Aggregating Signals of Quality in News

  • Work together on a common data model to facilitate sharing of signals.
  • Continue convening the coalition of initiatives working on the problem of trust and credibility in news.
  • Encourage platforms and others to share data with researchers to inform this work.
  • Support networks to share alerts about targeted campaigns of disinformation.
  • Investigate opportunities to use blockchain to enable this work.
  • Observed and algorithmic: As a backbone of this project, we will have access to relevant Trust Metrics signals the company already gathers with human raters aided by algorithmic prediction and tracking. These will be combined with signals from similar work by other entities. See examples of these criteria in the latter portion of this paper.
  • Self-reported: The Trust Project worked with scores of news organizations — including The Washington Post,the Globe and Mail, La Repubblica, SkyNews — to determine eight indicators of journalistic quality and set standards these organizations will follow. Reporters Without Borders is also endeavoring to set standards for news organizations with its Journalism Trust Initiative. These self-reported signals will require some auditing of compliance against the standards. We hope organizations such as NewsGuard may be able to help provide some of that verification in the course of their efforts to rank sites and there are other proposals afoot to providing auditing.
  • Endorsement: If a news organization has passed muster to join an industry or professional body with entrance standards, that can provide a signal of quality. Similarly, winning certain prizes is a positive signal.
  • Public opinion: Public opinion — like TV ratings and newsstand circulation — has limited value and indeed can lead to pandering to a market. But in a larger set of signals such as we are gathering, the public’s opinion must have a place. In this regard, we admire the work done by the Reuters Institute for the Study of Journalism in its annual report, which surveys the public across political viewpoints regarding their trust of specific news organizations.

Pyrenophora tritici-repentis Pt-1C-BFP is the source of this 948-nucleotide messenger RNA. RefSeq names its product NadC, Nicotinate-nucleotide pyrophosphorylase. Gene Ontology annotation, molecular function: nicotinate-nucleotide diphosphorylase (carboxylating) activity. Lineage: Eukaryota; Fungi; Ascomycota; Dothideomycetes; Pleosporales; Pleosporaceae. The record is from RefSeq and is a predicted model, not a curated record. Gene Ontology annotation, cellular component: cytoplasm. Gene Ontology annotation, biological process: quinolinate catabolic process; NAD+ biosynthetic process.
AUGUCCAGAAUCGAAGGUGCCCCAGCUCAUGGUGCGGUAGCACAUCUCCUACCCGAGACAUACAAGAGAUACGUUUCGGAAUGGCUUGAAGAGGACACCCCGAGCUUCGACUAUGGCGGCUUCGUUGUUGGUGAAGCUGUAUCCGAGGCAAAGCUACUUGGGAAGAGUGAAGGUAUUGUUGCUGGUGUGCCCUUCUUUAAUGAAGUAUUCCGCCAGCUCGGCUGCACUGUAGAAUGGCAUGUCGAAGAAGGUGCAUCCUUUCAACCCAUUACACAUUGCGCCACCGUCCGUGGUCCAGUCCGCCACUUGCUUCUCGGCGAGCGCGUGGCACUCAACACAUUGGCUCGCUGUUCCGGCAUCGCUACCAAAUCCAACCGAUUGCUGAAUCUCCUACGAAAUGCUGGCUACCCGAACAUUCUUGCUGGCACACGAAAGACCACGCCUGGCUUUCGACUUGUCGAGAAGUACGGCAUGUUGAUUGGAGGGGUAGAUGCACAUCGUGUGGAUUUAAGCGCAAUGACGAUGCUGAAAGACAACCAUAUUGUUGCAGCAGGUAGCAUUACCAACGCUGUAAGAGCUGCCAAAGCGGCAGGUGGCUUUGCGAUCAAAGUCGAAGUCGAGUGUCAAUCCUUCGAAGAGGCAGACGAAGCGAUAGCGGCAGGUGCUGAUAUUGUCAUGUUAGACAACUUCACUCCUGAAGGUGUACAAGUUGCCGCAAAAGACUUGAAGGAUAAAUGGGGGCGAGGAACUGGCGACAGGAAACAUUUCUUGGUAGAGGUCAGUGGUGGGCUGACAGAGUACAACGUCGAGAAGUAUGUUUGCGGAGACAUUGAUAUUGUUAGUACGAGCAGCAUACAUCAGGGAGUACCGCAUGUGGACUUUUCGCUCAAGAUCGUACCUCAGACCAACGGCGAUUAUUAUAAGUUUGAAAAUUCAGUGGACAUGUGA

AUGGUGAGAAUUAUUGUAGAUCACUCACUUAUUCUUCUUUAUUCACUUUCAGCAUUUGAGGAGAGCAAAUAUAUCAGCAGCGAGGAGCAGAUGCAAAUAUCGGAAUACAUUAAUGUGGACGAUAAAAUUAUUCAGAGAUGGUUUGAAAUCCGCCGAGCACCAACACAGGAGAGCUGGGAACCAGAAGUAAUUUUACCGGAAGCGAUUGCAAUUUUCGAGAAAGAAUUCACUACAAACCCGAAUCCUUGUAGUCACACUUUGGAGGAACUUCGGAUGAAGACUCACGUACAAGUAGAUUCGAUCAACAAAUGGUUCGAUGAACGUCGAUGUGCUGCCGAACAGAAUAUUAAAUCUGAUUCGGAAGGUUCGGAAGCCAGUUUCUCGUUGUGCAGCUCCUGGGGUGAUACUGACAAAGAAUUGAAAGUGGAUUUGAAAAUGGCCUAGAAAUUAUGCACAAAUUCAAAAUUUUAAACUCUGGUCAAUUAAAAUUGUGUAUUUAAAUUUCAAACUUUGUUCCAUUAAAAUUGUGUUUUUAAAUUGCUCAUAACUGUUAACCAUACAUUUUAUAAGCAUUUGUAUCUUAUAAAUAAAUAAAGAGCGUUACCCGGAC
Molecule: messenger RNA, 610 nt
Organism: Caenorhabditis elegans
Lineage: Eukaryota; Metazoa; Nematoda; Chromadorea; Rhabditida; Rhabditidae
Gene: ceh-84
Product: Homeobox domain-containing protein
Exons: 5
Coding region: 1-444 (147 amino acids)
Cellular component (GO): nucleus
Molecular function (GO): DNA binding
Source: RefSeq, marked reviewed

• Diversity: The greatest danger with particularly endorsements and public opinion is that diverse, specialized, and new sources of news will be disadvantaged in favor of large, well-known, legacy, and mainstream sources. We must seek out ways to prevent this. We plan to gather data about the particular and diverse communities various sites serve (e.g., in New York, that the Amsterdam News serves African-American communities and The Forward serves Jewish communities). Trust Metrics has a methodology of viewing sites against various “lenses,” which can include communities of various definitions. We will also seek out means for new sources to be brought to our attention for review. Diversity flags will include capturing information about sites that serve specific ethnicities, religions, localities, political viewpoints (across a wide spectrum, describing both a site and its audience), sexual orientations, social groups, demographics, interests, and professions.
  • Behavioral: If a site consistently fails fact-checks — in spite of other measures — that is certainly a valuable signal that should be accounted for. We want to work with the many good fact-check efforts underway to gather data about their findings at a site level. The ClaimReview process and schema adopted by fact checkers around the world is a model for collaboration.
  • Alerts of disinformation campaigns: Similarly, if a site regularly spreads disinformation as well as conspiracy theories and incitement that has been identified not only by fact-checkers but by initiatives like Data & Society’s manipulation campaign, that should be accounted for. As we all know, some sites bury such disinformation amid a larger volume of apparently legitimate content.
  • Does the profanity occur in the editorial content or user-generated content? If it is the latter, profanity would be more of an indication of poor UGC moderation rather than an indicator of site profanity.
  • Do certain words need to carry more weight than other words?
  • A site geared towards an audience of younger adults might have a higher tolerance for what others might regard as profanity given its target demographic (e.g. Vice), but the same density of certain language might not be acceptable on a site geared towards a different audience.
  • Profanity occurring in a quote or in the context of objective news is not an issue.
  • Recent updating of a site is generally a good indicator of quality. However, it’s important to note that time stamps can be faked, so that signal can’t hold too much weight on its own.
  • On their own, the presence of lots of content recommendation ads and sponsored links is not a negative feature. However, when these links appear all over a low-quality site, this signal is more meaningful.
  • Having a “Contact Us” or “About Us” page is often a sign of professional journalism. However, we see lots of examples with no content on these pages or just standard copy and pasted lorem ipsum from other domains.




Working to support quality news, innovative journalists, and news media leaders at the Craig Newmark Graduate School of Journalism

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Working to support quality news, innovative journalists, and news media leaders at the Craig Newmark Graduate School of Journalism

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